• Choose another goal – have another look at your problem list and see if there is something else you could work on for a while.
  • Choose a connected problem – if there’s another item on your problem list that could help solve the one you’re still working on, spend some time on that. You can return to the first problem later.

3. The problem isn’t better at all

If things aren’t any better, there are a few things you can do:

  • Think about whether your plan has had time to work – things might get better if you keep going.
  • Ask if anything at all is different – some things might be bad, but consider whether or not they were worse before you applied this problem-solving approach. The situation might have improved without you realising it.
  • Try another option – go back over your solutions list, and the pros and cons, and see if a different solution works better.
  • Check if you followed all the problem-solving steps correctly and, if needed, go back over some or all of the steps again.

If there still isn’t any improvement after you’ve done these things, don’t worry. If possible, discuss the problem with a person you trust, like a close friend or family member. You could also talk to someone anonymously using a service like Breathing Space.

However it’s worked out, you should be proud of yourself for taking these steps. Keep using this problem-solving approach and it’ll get easier.

Section 12 of 12

12. Next steps

Urgent help

This self-help guide is intended for people with mild-to-moderate mental health issues.

If you're feeling distressed, in a state of despair, suicidal or in need of emotional support you can phone NHS 24 on 111.

For an emergency ambulance phone 999.

Keep using the techniques from this guide – they’ll continue to help you. It’s important not to fall into old habits or forget how to use this problem-solving approach.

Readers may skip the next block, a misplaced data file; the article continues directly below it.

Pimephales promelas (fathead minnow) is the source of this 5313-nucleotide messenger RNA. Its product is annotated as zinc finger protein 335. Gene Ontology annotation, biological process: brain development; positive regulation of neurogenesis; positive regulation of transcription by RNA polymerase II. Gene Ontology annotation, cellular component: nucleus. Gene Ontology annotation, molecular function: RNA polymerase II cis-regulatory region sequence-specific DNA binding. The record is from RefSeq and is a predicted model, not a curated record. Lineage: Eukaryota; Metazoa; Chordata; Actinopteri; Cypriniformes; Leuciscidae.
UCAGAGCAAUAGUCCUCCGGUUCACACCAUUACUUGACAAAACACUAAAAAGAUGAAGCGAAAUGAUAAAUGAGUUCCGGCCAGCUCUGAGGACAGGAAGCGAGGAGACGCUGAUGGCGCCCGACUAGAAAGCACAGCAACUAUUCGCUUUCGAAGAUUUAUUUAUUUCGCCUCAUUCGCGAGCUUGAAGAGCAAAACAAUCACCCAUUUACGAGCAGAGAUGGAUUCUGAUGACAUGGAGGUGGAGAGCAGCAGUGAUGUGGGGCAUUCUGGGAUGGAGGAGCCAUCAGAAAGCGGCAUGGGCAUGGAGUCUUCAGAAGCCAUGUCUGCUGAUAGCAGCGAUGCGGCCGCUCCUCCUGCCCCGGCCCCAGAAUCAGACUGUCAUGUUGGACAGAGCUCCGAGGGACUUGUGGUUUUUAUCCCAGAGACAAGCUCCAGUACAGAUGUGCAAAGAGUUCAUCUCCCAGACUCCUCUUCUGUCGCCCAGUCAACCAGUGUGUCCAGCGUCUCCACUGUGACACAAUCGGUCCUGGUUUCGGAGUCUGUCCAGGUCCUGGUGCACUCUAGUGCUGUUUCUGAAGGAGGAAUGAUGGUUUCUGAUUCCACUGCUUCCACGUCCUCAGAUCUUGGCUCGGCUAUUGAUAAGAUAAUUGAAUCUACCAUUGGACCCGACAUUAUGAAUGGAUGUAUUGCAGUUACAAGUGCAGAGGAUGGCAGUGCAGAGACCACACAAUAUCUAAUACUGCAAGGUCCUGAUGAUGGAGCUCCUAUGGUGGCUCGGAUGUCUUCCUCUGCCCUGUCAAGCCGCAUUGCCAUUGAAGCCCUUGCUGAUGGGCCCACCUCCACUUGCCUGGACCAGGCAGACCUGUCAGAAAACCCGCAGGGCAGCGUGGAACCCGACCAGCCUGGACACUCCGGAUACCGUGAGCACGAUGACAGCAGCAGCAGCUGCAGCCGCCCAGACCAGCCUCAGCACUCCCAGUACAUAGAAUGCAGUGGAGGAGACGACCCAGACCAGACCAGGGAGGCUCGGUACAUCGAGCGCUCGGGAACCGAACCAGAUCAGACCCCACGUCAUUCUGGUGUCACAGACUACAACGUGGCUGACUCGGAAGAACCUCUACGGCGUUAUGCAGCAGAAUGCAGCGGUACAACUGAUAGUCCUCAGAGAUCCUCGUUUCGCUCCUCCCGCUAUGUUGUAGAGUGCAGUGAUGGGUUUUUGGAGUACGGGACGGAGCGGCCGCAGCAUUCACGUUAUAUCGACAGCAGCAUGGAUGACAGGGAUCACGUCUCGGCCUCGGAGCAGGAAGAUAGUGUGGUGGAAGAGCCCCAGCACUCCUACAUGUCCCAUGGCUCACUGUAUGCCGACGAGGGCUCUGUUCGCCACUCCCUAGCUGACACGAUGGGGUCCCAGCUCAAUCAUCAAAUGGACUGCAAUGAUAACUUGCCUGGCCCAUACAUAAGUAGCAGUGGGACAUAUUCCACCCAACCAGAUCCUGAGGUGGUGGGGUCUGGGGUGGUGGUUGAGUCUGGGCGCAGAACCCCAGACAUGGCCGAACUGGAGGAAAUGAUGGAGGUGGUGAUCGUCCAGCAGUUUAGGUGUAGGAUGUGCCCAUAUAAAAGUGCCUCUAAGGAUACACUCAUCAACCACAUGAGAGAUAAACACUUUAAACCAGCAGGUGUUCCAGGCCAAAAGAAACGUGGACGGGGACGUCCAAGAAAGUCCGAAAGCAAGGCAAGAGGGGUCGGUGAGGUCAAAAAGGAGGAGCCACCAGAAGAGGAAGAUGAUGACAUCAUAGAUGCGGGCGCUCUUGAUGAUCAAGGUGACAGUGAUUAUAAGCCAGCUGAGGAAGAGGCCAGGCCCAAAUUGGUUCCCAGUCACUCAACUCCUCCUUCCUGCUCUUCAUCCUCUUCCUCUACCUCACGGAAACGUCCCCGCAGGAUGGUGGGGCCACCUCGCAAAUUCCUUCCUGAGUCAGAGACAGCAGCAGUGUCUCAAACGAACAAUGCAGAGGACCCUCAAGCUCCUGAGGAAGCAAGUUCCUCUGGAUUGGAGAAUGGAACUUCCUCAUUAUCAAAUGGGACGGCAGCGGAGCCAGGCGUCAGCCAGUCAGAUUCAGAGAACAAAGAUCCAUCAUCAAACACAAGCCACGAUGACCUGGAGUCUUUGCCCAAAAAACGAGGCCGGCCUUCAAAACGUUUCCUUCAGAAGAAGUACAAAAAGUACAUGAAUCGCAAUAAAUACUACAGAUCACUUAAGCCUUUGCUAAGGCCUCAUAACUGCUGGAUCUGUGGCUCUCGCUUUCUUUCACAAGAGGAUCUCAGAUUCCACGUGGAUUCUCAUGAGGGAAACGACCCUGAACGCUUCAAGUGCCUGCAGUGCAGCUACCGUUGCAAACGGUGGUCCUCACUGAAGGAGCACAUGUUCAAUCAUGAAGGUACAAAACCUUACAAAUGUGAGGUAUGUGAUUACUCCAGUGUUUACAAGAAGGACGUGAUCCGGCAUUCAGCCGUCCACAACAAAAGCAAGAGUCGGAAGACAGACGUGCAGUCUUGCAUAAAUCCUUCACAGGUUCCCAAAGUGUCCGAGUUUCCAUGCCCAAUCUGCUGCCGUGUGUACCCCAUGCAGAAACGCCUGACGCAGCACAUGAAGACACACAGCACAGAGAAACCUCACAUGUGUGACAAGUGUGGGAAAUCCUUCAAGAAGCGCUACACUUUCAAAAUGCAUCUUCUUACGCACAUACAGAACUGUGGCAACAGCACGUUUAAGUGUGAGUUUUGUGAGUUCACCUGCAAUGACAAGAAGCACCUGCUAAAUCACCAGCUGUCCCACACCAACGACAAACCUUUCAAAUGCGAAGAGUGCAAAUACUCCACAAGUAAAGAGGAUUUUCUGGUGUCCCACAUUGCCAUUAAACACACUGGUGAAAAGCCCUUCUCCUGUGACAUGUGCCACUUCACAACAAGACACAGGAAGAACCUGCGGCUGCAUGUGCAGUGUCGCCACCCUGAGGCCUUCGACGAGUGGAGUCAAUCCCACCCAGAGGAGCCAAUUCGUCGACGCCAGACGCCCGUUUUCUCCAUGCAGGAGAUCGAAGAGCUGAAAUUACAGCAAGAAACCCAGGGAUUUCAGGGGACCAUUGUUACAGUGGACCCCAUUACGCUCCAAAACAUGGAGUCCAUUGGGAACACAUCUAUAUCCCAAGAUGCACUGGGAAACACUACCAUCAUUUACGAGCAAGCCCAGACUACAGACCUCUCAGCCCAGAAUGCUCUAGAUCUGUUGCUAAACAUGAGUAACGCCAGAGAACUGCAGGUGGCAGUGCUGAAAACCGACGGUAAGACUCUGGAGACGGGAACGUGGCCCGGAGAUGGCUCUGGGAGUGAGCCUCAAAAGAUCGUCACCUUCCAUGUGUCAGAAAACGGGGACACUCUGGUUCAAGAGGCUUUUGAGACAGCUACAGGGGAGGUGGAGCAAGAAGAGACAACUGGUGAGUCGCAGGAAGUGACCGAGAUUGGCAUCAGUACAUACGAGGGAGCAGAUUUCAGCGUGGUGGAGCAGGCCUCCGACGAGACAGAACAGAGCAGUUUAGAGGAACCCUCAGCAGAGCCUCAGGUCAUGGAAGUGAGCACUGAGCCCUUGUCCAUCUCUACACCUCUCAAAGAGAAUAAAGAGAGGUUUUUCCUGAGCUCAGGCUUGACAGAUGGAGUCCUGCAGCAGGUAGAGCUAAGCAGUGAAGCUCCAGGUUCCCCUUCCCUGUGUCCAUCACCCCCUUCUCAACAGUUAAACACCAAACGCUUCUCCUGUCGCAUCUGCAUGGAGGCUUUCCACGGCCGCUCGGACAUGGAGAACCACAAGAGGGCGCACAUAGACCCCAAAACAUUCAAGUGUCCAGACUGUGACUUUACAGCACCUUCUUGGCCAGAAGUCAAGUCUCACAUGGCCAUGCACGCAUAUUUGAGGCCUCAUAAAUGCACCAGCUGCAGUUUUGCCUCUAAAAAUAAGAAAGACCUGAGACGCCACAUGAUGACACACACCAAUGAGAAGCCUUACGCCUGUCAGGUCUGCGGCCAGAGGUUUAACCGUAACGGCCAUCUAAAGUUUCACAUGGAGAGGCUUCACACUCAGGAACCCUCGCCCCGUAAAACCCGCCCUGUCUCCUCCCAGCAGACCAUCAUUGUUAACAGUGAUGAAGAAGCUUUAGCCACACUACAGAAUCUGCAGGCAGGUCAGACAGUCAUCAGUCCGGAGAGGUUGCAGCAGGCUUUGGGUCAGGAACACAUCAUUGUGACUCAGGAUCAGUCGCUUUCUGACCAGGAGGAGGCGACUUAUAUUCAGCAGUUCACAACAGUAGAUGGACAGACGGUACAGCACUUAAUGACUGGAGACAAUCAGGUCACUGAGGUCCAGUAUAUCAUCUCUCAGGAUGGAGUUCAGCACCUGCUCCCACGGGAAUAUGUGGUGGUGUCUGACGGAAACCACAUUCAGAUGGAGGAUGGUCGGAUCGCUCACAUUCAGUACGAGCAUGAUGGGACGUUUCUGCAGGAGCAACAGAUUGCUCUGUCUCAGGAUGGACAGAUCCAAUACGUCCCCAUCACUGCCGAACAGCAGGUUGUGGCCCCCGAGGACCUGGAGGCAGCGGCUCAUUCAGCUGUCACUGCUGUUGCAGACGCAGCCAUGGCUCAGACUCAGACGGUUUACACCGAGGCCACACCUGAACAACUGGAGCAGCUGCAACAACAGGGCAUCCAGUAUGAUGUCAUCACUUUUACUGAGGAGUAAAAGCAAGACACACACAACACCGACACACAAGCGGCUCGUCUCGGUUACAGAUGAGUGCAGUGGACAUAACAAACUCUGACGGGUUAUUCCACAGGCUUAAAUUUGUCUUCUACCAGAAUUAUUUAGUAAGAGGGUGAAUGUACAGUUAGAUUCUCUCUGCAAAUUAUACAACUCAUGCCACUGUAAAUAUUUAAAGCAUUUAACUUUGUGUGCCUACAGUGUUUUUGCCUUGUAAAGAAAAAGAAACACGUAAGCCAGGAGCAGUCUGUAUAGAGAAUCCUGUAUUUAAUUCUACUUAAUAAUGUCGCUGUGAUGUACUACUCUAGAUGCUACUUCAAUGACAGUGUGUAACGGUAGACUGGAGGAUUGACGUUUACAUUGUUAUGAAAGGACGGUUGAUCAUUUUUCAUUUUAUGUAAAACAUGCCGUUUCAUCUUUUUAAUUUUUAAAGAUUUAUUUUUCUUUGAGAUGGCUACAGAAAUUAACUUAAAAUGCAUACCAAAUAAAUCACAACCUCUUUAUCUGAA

Remember that the problems you work on using these techniques don’t have to be big or life-changing – they can be day-to-day issues, or even decisions you need to make as part of work or study. The more you practice, the easier problem-solving will be.

Further help

If you’re feeling distressed, in a state of despair, suicidal or need emotional support you can phone NHS 24 on 111.

If you feel you need more help with your mental health, try speaking to your GP, or search for mental health and wellbeing services in your area.

For information and advice when you’re feeling down, you can phone Breathing Space on 0800 83 85 87.

The Breathing Space phoneline is available:

  • 24 hours at weekends (6pm Friday to 6am Monday)
  • 6pm to 2am on weekdays (Monday to Thursday)

If you found this guide helpful and would like to do more work like this, Living Life offers a range of structured psychological interventions and therapies to improve mental health and wellbeing. This service is appointment-based and specifically for low mood, or mild/moderate depression or anxiety. Living Life are open Monday to Friday, from 1pm to 9pm, and you can phone them on 0800 328 9655 for an assessment appointment.

Learn more

To learn more about coping with mental health issues, visit our other mental health self-help guides on NHS inform.

For information that could help solve problems related to your health, visit our Care, Support and Rights section.

To find services in your area that could help with a range of health and wellbeing issues, visit Scotland’s Service Directory.

Last updated:
4 March 2022